Coverage has failed to reach the WHO Europe elimination goal of 95% measles vaccination in the general population. Targeted approaches including enlistment of occupational health services and checking vaccination status during general practitioner (GP) visits are needed to increase vaccination uptake in this age group in order to achieve measles elimination.
Today, according to many public health experts, public confidence in vaccines is waning. The term “vaccine hesitancy” (VH) is increasingly used to describe the spread of such vaccine reluctance. But VH is an ambiguous notion and its theoretical background appears uncertain. To clarify this concept, we first review the current definitions of VH in the public health literature and examine its most prominent characteristics. VH has been defined as a set of beliefs, attitudes, or behaviours, or some combination of them, shared by a large and heterogeneous portion of the population and including people who exhibit reluctant conformism (they may either decline a vaccine, delay it or accept it despite their doubts) and vaccine-specific behaviours. Secondly, we underline some of the ambiguities of this notion and argue that it is more a catchall category than a real concept. We also call into question the usefulness of understanding VH as an intermediate position along a continuum ranging from anti-vaccine to pro-vaccine attitudes, and we discuss its qualification as a belief, attitude or behaviour. Thirdly, we propose a theoretical framework, based on previous literature and taking into account some major structural features of contemporary societies, that considers VH as a kind of decision-making process that depends on people’s level of commitment to healthism/risk culture and on their level of confidence in the health authorities and mainstream medicine.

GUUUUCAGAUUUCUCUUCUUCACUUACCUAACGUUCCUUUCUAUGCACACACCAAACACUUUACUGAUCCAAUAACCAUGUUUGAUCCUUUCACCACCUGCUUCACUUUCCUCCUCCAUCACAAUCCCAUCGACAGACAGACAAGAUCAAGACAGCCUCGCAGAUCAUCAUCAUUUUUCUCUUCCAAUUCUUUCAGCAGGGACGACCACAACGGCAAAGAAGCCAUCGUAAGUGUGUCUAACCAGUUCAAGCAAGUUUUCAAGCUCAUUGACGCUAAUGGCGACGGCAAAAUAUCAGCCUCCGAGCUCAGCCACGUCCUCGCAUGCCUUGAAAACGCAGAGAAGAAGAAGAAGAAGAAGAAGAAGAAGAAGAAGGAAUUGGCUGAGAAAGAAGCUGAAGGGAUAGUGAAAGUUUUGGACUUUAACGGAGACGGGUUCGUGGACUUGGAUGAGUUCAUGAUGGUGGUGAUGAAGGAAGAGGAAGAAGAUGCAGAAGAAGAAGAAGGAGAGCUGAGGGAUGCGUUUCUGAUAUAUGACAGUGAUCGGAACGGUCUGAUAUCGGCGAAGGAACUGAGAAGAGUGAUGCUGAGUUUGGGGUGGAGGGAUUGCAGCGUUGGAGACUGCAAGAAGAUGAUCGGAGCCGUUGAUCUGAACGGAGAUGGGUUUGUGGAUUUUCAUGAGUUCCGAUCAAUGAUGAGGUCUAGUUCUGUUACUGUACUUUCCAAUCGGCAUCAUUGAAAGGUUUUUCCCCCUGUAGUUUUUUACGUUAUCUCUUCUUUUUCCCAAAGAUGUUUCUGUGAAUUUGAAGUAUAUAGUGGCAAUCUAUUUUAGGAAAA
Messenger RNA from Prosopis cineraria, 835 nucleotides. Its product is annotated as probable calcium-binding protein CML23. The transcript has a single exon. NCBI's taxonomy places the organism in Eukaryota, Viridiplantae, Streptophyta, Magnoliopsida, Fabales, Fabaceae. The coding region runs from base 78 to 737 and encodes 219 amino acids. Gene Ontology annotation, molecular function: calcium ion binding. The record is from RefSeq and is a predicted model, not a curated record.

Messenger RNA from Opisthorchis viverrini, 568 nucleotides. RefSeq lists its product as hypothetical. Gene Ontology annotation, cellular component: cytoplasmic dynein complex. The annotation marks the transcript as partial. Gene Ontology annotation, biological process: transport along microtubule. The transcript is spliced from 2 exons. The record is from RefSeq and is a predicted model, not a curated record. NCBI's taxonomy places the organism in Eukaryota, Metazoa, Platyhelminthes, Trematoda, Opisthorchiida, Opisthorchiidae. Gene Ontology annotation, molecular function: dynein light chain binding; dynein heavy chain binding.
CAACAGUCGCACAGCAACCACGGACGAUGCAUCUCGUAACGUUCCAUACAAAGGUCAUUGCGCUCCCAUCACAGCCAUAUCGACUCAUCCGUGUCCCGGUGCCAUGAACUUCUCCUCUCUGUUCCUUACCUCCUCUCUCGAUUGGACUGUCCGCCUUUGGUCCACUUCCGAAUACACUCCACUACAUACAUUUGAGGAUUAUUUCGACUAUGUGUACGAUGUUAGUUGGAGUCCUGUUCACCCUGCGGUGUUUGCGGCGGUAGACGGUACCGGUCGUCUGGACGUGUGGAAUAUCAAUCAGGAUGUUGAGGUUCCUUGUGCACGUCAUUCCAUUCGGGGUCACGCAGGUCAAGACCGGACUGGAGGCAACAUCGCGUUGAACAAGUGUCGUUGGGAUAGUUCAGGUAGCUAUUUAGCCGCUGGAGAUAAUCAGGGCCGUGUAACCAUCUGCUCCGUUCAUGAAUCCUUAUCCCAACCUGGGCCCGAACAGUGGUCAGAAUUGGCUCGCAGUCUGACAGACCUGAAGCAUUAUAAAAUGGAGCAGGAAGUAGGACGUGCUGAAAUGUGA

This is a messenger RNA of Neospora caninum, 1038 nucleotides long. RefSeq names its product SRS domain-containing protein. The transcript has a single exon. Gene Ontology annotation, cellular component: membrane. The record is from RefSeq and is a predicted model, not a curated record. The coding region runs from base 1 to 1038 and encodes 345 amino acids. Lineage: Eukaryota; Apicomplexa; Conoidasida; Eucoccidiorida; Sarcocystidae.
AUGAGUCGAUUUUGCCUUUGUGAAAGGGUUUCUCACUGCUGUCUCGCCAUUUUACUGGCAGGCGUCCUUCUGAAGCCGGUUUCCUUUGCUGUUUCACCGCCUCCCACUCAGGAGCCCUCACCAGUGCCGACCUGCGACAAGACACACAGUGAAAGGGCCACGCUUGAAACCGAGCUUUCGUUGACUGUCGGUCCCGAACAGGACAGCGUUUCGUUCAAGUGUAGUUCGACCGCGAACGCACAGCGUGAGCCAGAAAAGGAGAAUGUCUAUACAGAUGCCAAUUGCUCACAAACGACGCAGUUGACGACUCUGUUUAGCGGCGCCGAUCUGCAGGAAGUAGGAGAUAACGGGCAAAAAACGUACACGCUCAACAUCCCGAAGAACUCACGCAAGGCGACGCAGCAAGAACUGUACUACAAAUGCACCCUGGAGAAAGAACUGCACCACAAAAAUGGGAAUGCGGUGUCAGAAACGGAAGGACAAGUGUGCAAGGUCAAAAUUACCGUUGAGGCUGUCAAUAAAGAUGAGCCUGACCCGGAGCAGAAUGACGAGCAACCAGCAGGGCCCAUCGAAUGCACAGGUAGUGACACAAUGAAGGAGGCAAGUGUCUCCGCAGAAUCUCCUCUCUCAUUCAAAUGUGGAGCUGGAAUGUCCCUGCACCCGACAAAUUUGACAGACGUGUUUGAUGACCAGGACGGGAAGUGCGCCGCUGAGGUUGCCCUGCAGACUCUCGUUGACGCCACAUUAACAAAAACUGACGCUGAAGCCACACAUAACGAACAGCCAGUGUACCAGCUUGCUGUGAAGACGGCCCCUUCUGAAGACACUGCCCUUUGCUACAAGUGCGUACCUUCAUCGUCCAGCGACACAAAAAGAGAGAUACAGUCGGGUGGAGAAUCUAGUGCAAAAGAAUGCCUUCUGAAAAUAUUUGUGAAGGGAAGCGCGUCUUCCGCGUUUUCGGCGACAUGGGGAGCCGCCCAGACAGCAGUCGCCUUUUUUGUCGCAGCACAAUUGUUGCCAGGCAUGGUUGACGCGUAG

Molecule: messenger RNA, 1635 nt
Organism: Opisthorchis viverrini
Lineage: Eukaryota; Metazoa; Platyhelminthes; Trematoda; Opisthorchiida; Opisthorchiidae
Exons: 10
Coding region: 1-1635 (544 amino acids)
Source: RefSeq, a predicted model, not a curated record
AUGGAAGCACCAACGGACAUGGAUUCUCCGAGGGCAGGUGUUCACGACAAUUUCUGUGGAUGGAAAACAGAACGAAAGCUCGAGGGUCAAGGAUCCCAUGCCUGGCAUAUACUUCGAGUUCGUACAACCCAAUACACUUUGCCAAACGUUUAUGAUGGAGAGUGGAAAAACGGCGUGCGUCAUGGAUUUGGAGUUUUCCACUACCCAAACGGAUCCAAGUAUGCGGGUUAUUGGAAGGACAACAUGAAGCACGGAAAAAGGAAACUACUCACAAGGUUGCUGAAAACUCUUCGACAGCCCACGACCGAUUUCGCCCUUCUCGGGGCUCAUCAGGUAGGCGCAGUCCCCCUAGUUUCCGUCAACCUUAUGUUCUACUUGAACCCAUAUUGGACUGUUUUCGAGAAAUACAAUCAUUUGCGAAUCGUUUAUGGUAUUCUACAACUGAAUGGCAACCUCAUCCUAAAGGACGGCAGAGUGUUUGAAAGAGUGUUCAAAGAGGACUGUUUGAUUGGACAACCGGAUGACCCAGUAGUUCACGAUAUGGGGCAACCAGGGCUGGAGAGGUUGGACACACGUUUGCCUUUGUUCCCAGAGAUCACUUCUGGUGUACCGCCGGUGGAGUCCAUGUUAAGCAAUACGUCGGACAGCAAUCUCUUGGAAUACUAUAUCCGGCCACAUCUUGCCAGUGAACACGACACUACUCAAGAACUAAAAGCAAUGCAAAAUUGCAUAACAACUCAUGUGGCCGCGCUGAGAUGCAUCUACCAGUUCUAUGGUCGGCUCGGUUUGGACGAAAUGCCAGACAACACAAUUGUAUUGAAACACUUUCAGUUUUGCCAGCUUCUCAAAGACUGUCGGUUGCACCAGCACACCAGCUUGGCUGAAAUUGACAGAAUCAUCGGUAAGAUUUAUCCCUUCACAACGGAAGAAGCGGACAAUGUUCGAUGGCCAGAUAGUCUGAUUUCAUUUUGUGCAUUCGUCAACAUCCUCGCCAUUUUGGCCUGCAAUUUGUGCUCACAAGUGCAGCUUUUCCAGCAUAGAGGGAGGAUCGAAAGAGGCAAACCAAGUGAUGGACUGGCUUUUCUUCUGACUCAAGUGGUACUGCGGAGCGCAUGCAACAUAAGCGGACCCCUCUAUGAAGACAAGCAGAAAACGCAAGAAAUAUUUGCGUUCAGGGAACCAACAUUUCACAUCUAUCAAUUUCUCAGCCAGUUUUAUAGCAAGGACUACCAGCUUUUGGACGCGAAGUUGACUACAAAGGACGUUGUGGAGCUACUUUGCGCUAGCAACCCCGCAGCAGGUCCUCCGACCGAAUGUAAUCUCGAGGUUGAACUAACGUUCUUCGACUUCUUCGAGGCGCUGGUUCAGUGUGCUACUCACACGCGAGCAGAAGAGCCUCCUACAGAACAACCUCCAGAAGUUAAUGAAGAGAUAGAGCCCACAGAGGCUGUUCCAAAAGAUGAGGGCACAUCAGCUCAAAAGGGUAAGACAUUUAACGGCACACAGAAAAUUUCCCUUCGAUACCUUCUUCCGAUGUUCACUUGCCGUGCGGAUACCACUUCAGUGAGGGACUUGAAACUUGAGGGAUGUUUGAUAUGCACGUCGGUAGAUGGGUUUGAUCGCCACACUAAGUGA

Public confidence in vaccination is vital to the success of immunisation programmes worldwide. Understanding the dynamics of vaccine confidence is therefore of great importance for global public health. Few published studies permit global comparisons of vaccination sentiments and behaviours against a common metric. This article presents the findings of a multi-country survey of confidence in vaccines and immunisation programmes in Georgia, India, Nigeria, Pakistan, and the United Kingdom (UK) – these being the first results of a larger project to map vaccine confidence globally.